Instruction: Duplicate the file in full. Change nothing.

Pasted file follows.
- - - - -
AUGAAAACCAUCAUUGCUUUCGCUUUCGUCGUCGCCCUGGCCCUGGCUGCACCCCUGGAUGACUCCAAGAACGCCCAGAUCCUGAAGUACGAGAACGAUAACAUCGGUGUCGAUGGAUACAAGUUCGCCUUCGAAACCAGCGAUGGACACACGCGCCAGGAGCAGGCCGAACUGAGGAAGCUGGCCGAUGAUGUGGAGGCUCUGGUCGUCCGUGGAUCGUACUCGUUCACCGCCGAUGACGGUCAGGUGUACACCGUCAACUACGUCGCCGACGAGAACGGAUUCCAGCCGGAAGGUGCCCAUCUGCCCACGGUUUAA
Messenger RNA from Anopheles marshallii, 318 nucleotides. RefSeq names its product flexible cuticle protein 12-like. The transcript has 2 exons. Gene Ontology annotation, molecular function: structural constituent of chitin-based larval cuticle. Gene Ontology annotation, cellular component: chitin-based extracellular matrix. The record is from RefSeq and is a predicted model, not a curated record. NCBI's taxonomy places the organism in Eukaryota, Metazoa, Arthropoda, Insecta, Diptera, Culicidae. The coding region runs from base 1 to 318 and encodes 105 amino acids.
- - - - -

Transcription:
AUGAAAACCAUCAUUGCUUUCGCUUUCGUCGUCGCCCUGGCCCUGGCUGCACCCCUGGAUGACUCCAAGAACGCCCAGAUCCUGAAGUACGAGAACGAUAACAUCGGUGUCGAUGGAUACAAGUUCGCCUUCGAAACCAGCGAUGGACACACGCGCCAGGAGCAGGCCGAACUGAGGAAGCUGGCCGAUGAUGUGGAGGCUCUGGUCGUCCGUGGAUCGUACUCGUUCACCGCCGAUGACGGUCAGGUGUACACCGUCAACUACGUCGCCGACGAGAACGGAUUCCAGCCGGAAGGUGCCCAUCUGCCCACGGUUUAA
Messenger RNA from Anopheles marshallii, 318 nucleotides. RefSeq names its product flexible cuticle protein 12-like. The transcript has 2 exons. Gene Ontology annotation, molecular function: structural constituent of chitin-based larval cuticle. Gene Ontology annotation, cellular component: chitin-based extracellular matrix. The record is from RefSeq and is a predicted model, not a curated record. NCBI's taxonomy places the organism in Eukaryota, Metazoa, Arthropoda, Insecta, Diptera, Culicidae. The coding region runs from base 1 to 318 and encodes 105 amino acids.